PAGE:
The debate regarding meat packer ownership of animals and this amendment in particular goes back to the 2008 farm bill.  At that time, Congress approved language that addressed five concerns listed by various livestock groups regarding market forces and liquidity.  In particular, USDA developed regulations in response to the 2008 farm bill that would require meat packers to document and then justify price differences paid for livestock complete with a cost and revenue analysis that groups like the National Pork Producers and National Cattlemen’s Beef Association say will make it nearly impossible for producers to negotiate any sort of premium based on production practices or for packers to apply discounts on animals of lesser quality.

That regulation has been regularly defunded by Congress since USDA approved it back in 2010, but the appropriations bill passed by the Senate committee last week did no such thing.  David Herring, a vice president with Hog Slat, Inc who represented the National Pork Producers and Tracy Brunner, President of the National Cattleman’s Beef Association both said the failure of Congress to defund this rule will cost their industries millions of dollars.  Herring cited a study by Informa Economics saying such a rule would cost the U.S. pork industry more than $350 million per year.  Brunner suggested such language would limit both the ability and the desire of cattle producers to improve quality, some of whom are currently able to secure premiums of $30-$50 over the cash market.

Meanwhile, the National Farmers Union applauded the move.  In fact, the organization during their annual meeting in March approved a measure indicating support for the regulations.  Mark Watne, President of the National Farmers Union was quoted in a news release saying “Competition in the marketplace or the lack of it greatly impacts the price ranchers are paid locally for their livestock,” He continued “The fewer buyers at the sales barn, the lower the price is generally.”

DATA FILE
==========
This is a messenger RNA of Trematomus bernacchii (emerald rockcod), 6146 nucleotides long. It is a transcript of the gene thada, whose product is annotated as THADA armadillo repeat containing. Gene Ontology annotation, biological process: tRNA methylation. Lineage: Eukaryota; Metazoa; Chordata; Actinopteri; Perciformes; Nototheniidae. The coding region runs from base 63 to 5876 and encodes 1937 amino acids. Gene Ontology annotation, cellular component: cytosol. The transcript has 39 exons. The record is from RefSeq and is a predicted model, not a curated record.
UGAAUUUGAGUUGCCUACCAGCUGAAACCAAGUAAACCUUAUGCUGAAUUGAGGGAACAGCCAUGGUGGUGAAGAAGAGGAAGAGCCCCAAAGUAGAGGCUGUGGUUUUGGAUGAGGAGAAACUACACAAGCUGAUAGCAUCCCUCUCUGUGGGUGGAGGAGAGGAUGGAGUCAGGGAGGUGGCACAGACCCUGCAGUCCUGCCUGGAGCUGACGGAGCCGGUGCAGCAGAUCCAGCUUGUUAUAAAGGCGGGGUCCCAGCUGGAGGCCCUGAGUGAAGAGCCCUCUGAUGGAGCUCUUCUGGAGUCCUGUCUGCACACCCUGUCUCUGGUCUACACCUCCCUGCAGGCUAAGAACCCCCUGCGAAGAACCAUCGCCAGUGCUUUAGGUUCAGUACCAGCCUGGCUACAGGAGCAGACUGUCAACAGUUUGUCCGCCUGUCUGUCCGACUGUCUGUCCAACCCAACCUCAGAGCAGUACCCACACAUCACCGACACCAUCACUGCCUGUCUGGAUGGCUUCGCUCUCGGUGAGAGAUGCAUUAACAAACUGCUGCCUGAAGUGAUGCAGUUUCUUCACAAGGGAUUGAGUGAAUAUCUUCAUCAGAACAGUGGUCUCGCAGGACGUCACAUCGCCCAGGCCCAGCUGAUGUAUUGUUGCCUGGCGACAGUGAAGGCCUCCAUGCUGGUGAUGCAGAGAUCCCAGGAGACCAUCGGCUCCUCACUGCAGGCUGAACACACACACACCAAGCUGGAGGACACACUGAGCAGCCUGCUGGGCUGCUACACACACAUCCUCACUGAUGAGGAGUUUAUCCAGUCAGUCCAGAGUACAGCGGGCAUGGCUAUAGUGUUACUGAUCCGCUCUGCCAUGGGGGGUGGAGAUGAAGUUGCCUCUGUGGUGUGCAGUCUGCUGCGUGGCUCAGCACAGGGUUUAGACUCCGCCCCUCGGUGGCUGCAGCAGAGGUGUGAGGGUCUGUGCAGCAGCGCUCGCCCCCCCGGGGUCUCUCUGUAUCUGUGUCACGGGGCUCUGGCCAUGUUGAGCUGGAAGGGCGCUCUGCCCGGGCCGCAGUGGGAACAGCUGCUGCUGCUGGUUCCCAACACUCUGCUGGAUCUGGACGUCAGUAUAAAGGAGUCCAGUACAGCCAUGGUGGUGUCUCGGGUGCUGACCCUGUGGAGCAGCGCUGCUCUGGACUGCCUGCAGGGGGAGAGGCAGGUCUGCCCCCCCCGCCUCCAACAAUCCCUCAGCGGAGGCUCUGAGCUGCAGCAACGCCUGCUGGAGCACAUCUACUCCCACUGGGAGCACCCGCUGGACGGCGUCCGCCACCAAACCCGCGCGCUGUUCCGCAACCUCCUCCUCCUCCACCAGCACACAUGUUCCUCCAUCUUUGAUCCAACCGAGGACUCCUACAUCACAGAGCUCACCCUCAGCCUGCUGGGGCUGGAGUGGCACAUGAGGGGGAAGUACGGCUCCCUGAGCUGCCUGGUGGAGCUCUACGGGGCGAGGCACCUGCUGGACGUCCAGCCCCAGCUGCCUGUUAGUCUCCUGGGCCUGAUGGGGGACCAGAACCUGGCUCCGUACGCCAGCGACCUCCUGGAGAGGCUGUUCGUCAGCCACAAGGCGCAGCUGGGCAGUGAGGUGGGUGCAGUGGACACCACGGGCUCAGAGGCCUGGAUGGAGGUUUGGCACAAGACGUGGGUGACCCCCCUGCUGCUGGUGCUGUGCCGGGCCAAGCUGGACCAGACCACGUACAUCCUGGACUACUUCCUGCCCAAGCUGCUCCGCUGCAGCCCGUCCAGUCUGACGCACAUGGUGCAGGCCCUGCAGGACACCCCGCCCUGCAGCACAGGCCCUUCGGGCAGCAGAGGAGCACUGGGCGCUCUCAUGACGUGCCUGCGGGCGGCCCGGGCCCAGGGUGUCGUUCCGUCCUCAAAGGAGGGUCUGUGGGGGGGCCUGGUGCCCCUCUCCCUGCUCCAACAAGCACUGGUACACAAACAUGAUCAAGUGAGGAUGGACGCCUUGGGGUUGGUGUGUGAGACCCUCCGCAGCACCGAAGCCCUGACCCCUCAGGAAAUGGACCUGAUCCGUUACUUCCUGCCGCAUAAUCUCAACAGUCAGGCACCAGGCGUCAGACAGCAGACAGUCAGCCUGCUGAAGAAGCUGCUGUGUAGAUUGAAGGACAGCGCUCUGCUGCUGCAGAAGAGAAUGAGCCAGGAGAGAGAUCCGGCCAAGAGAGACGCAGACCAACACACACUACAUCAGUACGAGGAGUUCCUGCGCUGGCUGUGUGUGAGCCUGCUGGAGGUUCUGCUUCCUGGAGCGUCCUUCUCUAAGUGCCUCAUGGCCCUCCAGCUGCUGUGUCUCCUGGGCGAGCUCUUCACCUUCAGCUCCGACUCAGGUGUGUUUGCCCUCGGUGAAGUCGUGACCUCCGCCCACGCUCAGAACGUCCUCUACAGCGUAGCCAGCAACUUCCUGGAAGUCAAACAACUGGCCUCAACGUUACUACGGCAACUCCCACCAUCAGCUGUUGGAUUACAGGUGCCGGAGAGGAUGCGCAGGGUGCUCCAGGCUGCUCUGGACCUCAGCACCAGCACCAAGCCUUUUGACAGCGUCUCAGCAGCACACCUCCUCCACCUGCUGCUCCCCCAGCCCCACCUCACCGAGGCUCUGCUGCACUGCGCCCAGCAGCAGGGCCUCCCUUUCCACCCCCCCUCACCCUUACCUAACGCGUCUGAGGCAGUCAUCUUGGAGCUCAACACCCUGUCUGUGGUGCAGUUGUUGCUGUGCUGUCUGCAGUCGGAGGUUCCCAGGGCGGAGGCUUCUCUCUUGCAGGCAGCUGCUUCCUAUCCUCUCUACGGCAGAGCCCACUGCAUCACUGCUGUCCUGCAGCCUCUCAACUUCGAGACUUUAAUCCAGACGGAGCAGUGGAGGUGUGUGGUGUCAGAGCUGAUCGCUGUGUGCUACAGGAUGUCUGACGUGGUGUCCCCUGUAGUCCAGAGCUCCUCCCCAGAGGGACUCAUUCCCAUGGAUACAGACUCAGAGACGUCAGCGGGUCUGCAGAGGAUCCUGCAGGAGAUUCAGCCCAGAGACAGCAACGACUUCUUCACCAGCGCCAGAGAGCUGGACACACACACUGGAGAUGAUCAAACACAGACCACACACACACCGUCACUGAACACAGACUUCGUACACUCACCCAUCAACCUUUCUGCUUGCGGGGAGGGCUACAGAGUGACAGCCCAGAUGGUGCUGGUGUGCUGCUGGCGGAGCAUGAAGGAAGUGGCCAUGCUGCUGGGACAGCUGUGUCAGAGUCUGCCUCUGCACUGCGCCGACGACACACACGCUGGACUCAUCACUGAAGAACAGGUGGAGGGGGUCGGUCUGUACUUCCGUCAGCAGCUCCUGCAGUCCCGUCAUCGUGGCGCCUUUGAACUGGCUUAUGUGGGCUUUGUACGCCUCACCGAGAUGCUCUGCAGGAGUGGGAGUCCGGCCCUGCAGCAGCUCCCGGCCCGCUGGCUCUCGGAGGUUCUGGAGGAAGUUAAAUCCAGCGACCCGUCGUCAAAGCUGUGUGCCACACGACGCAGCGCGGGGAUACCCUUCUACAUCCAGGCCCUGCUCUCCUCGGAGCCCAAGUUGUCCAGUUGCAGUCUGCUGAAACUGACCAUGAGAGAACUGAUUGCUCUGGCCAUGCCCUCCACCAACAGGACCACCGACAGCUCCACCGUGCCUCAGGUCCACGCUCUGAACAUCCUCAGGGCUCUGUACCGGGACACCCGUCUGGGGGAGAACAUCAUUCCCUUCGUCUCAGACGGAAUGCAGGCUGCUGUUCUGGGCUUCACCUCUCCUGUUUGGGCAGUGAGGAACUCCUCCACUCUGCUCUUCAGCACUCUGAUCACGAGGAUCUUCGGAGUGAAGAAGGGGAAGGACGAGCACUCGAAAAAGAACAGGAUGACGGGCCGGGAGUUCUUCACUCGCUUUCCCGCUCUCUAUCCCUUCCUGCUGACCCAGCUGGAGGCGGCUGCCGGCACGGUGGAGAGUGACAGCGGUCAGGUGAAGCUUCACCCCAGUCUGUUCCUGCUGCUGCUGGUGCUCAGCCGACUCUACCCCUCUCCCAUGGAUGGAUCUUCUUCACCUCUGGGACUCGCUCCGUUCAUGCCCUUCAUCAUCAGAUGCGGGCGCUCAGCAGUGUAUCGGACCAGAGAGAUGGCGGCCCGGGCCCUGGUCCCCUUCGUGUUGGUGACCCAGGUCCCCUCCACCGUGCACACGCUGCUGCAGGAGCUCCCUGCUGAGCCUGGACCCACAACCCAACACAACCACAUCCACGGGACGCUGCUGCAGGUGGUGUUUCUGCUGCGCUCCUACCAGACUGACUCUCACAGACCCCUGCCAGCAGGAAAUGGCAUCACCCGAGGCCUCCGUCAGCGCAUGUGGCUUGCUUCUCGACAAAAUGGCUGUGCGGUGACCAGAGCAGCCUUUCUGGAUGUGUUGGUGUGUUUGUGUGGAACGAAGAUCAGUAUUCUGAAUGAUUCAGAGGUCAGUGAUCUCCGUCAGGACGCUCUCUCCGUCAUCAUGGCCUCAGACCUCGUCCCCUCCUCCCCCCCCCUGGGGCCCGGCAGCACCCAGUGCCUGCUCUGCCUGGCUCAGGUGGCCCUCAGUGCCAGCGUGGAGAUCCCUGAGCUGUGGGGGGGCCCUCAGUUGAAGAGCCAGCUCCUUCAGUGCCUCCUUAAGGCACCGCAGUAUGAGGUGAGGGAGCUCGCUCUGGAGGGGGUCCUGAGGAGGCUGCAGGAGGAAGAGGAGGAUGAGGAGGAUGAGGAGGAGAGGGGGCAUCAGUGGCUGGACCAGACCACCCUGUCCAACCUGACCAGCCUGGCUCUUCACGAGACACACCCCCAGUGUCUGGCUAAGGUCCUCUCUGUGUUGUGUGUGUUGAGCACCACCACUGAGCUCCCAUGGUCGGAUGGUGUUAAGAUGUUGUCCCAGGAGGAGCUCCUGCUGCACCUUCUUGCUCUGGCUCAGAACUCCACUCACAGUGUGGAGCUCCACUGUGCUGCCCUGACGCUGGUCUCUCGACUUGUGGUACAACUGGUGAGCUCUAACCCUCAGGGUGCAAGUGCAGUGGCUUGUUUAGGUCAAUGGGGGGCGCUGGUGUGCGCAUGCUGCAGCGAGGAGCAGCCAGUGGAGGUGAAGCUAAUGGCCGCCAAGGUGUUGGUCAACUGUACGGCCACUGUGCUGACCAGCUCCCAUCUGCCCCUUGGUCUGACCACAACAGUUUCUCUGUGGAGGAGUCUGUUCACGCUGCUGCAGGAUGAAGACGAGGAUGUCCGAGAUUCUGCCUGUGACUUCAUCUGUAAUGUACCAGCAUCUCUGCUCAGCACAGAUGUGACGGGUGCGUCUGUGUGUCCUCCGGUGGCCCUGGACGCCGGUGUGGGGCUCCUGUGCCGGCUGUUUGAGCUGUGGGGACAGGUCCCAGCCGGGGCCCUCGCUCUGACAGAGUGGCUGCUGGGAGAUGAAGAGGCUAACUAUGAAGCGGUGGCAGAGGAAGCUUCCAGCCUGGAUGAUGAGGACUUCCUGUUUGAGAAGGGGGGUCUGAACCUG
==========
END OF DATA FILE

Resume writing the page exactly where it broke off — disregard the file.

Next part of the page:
Watne said when meatpackers are allowed to own their own captive supply of animals from birth through slaughter and then market them wholesale, they drive prices down by bypassing the public bidding process for animals. “This hurts family farmers and ranchers and is not a true representation of their livestock’s worth,” he said.

Watne isn’t alone.  Long time Republican Senator and Agriculture Powerhouse Chuck Grassley has long been and advocate for the rule as well.  He is the Senator responsible for the legislation saying, “An effective and efficient marketplace is one where packers that control all harvest capacity of the industry do not also own a majority of the animals to be processed. The fact of the matter is that the market continues to become less competitive [in this situation].”

At present, the House Appropriations bill does include language that would defund the amendment, so should the Senate bill pass, its an issue that will have to be resolved between the two branches.  Vilsack has previously indicated that the controversial rule is one of several regulations currently at the White House Office of Information and Regulatory Affairs, generally the last stop before implementation.